But: having “Thread::sleeps” in your code is only the second best way to implement pauses. use timers for that too, if you have more rules in place. Timers work better with a bunch of parallel “waits” than sleeps do.

Refactoring code is a great way to learn though.

As @binderth indicates, it’s mostly a matter of preference. But for the sake of showing some more OH ways of managing something like this here’s one way I would do it using separate rules.

  1. Create a separate rule in the UI with just a Script Action for each of your top level if conditions with the code for just that one condition.

  2. I’d write my actions in JS Scripting so I can use Announcing the initial release of openhab_rules_tools (now available through openHABian) and the Gatekeeper to schedule the sequences of events. So, for example, the sonos ON and announcement OFF script would be:

var {Gatekeeper} = requires('openhab_rules_tools');

var gk = cache.get(ruleUID+'_gatekeeper', () => { new gatekeeper.Gatekeeper('kitchen motion morning'); });

gk.addCommand('PT1s', () => { items.getItem['Kitchen_Sonos_Volume'].sendCommand('15'); });
gk.addCommand('PT10s', () => { items.getItem['Announcement_Type'].sendCommand('22'); });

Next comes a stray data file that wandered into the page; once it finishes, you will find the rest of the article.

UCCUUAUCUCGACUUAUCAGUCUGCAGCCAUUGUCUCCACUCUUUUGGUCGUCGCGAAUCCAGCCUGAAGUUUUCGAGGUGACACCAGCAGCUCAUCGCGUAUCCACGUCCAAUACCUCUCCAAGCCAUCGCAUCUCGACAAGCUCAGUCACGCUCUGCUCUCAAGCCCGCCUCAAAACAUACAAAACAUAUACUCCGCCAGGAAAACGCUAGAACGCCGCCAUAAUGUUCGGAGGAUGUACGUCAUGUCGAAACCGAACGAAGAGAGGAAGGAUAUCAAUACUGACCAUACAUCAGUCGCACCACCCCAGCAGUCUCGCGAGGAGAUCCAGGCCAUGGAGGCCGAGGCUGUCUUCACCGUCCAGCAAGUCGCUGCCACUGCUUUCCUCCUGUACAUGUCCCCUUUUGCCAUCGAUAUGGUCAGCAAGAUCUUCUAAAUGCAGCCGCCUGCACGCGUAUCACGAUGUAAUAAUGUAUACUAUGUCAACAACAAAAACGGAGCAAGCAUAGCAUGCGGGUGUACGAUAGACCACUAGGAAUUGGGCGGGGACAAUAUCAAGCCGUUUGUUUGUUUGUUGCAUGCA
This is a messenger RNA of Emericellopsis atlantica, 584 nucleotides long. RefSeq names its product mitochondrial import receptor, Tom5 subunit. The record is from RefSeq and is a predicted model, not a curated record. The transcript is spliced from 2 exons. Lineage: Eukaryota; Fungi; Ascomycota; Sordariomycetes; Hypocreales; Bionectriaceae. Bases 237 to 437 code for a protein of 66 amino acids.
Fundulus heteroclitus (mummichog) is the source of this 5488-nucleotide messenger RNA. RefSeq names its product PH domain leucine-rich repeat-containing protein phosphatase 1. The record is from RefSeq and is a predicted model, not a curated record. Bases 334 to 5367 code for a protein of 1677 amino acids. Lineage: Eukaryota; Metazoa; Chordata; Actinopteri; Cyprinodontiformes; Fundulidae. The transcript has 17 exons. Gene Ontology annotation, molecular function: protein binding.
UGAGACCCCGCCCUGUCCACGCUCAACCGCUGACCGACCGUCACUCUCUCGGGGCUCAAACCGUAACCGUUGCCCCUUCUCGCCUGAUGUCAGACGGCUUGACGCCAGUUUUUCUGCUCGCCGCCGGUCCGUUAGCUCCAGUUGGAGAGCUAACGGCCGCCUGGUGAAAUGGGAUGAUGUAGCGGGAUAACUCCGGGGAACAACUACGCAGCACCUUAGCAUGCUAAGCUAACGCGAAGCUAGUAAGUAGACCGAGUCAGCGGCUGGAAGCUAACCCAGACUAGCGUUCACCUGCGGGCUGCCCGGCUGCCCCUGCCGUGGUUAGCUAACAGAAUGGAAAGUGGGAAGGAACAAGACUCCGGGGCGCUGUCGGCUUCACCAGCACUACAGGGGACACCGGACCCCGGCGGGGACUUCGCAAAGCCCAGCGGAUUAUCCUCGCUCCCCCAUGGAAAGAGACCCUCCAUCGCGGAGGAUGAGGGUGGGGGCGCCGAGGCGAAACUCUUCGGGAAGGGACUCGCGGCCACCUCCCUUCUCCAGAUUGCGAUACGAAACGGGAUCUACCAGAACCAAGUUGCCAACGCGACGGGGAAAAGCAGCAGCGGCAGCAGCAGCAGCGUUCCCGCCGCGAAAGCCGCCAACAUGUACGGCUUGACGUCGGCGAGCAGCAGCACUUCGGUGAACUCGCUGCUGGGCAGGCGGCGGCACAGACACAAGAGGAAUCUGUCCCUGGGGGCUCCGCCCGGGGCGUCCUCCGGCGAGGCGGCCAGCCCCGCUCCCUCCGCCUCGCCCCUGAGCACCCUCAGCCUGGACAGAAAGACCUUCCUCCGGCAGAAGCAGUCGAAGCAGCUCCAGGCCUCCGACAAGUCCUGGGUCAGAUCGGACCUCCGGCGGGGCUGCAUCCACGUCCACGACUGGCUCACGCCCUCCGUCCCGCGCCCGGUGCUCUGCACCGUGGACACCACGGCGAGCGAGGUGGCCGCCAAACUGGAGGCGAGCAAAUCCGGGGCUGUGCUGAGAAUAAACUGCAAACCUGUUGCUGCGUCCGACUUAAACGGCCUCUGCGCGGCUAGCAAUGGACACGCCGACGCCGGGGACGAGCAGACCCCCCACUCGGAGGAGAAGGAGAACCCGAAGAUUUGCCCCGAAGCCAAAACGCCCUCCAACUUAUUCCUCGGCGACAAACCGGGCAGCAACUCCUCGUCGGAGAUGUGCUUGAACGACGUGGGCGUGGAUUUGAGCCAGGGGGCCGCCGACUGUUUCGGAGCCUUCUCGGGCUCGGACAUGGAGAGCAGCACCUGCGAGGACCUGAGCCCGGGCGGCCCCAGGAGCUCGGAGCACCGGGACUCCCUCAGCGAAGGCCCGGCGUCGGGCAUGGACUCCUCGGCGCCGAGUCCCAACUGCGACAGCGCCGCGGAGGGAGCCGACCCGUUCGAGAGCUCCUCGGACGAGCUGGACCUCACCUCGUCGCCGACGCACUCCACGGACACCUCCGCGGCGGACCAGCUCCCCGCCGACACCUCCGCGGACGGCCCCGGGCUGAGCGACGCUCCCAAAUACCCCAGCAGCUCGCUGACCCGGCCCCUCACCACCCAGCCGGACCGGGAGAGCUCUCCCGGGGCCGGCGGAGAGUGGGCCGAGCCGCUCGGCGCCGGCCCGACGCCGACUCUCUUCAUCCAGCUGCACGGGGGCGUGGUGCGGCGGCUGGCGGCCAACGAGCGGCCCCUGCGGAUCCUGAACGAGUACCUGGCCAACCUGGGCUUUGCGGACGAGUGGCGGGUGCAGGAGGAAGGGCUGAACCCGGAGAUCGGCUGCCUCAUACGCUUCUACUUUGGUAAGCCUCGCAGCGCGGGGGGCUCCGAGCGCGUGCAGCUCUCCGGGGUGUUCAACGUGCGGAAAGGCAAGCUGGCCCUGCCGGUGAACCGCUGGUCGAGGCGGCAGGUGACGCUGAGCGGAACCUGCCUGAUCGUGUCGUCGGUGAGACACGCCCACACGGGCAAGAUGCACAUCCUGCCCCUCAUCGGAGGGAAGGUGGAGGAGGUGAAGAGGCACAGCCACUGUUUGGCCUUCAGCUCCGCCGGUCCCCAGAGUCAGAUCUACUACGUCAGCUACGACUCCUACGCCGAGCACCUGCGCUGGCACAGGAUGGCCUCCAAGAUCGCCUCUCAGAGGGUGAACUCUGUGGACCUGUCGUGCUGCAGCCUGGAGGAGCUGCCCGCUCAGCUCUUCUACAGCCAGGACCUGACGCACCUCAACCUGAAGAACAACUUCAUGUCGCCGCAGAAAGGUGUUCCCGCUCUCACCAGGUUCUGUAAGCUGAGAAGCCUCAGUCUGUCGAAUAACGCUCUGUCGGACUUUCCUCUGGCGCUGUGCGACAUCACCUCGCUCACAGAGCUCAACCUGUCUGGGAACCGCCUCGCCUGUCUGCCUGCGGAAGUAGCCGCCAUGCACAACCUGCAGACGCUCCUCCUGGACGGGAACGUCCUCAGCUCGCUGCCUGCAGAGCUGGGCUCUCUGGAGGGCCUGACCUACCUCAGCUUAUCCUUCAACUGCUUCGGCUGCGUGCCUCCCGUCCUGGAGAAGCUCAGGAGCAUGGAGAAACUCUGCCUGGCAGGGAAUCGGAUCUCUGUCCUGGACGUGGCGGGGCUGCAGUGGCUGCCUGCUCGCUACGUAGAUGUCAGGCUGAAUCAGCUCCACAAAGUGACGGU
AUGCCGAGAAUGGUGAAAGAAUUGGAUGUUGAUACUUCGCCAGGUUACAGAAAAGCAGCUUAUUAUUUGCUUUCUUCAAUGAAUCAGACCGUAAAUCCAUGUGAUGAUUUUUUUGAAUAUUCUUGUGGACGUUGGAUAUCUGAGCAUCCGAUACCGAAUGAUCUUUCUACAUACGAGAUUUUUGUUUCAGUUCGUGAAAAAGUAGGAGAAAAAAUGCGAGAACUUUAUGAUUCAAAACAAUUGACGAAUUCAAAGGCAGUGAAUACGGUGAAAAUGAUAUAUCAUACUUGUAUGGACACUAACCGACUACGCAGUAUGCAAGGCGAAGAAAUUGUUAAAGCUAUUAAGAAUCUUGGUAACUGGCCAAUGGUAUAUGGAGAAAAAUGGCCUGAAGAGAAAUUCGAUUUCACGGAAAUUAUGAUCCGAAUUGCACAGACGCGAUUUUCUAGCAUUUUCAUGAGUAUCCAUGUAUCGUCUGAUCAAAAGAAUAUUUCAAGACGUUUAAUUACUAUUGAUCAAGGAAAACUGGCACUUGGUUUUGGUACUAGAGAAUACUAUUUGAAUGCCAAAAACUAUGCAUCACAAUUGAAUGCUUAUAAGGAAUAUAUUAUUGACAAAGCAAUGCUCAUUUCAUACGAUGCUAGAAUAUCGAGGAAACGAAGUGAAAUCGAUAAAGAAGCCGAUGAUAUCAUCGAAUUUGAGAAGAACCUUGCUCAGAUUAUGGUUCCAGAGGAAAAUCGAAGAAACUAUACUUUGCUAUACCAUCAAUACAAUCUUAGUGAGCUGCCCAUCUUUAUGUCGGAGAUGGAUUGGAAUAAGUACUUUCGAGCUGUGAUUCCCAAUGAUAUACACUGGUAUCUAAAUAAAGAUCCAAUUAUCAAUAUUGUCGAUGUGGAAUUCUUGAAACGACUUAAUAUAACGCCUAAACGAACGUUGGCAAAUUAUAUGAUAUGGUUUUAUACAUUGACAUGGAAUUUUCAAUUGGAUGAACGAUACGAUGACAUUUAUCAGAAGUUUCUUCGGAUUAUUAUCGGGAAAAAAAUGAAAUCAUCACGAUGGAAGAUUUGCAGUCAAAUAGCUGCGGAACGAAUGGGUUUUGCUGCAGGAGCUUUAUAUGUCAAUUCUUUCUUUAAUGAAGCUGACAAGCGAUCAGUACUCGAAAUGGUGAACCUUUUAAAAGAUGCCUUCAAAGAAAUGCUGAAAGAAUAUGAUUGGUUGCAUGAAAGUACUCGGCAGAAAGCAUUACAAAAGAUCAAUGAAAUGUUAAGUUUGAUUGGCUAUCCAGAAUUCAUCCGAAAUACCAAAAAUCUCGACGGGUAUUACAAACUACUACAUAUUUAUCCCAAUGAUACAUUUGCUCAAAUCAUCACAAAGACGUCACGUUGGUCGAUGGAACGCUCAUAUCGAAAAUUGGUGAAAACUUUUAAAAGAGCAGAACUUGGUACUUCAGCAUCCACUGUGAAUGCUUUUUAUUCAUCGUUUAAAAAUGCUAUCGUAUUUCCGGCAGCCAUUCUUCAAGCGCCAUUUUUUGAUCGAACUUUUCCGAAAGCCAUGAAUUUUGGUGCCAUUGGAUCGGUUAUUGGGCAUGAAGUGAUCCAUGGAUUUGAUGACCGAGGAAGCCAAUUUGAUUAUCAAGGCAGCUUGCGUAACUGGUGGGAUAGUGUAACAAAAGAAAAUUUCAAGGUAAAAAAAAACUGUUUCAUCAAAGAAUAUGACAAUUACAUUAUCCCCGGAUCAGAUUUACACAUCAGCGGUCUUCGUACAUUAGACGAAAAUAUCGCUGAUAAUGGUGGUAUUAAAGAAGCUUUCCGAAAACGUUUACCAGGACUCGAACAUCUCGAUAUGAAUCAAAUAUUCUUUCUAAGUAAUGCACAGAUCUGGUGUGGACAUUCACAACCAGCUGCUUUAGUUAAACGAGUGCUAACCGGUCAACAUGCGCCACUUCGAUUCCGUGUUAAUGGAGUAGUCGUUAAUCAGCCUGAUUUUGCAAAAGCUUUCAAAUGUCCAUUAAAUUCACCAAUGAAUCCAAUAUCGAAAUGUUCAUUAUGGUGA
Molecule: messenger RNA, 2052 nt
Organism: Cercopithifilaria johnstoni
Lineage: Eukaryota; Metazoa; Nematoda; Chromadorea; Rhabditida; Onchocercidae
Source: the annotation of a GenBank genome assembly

gk.addCommand('PT30s', () => {
gk.addCommand(0, () => { items.getItem('Announcement_Type').sendCommand('9'); });

Gatekeeper takes two arguments, the first is how long to wait after executing the second argument before running the next command. addCommand means “run this now then wait to run the next command”. The PT30s is and ISO8601 formatted duration string (this one means 30 seconds). It uses timers so it won’t monopolize the rule for seconds at a time. All the timer management stuff is handled for you so all you have to worry about is the times and the functions to run.

Then add a Script Condition to each that tests for whether it’s OK to run that rule now. You wouldn’t even need code for this and can do it all using the built in UI conditions. But if you were to write it as code it’d look something like:

time.toZDT().isBetweenTimes('6:00 AM', '9:00 AM')
&& items.getItem['Study_ZW089_vDoor'].state == 'CLOSED'

Though again, I’d probably just use the UI conditions.

  1. Add a trigger to each separate rule to trigger when motion is detected. But but use the appropriate trigger so those rules that should only run when it changes to ON run (e.g. in Rules DSL Item MotionSensor changed to ON) and the one rule that should run when it changes to OFF runs when it changes to OFF. You don’t need to make that a condition if the rule only triggers when it’s appropriate.

There are advantages and disadvantages here. Adding new behaviors is as simple as adding a new rule and you don’t need to mess with what’s already working. But it breaks up the logic so you can’t just look everything on the screen a the same time.

Another advantage is that rule Conditions are likely to be easier to read and understand than complex if/else if clauses as you can add additional documentation in the UI.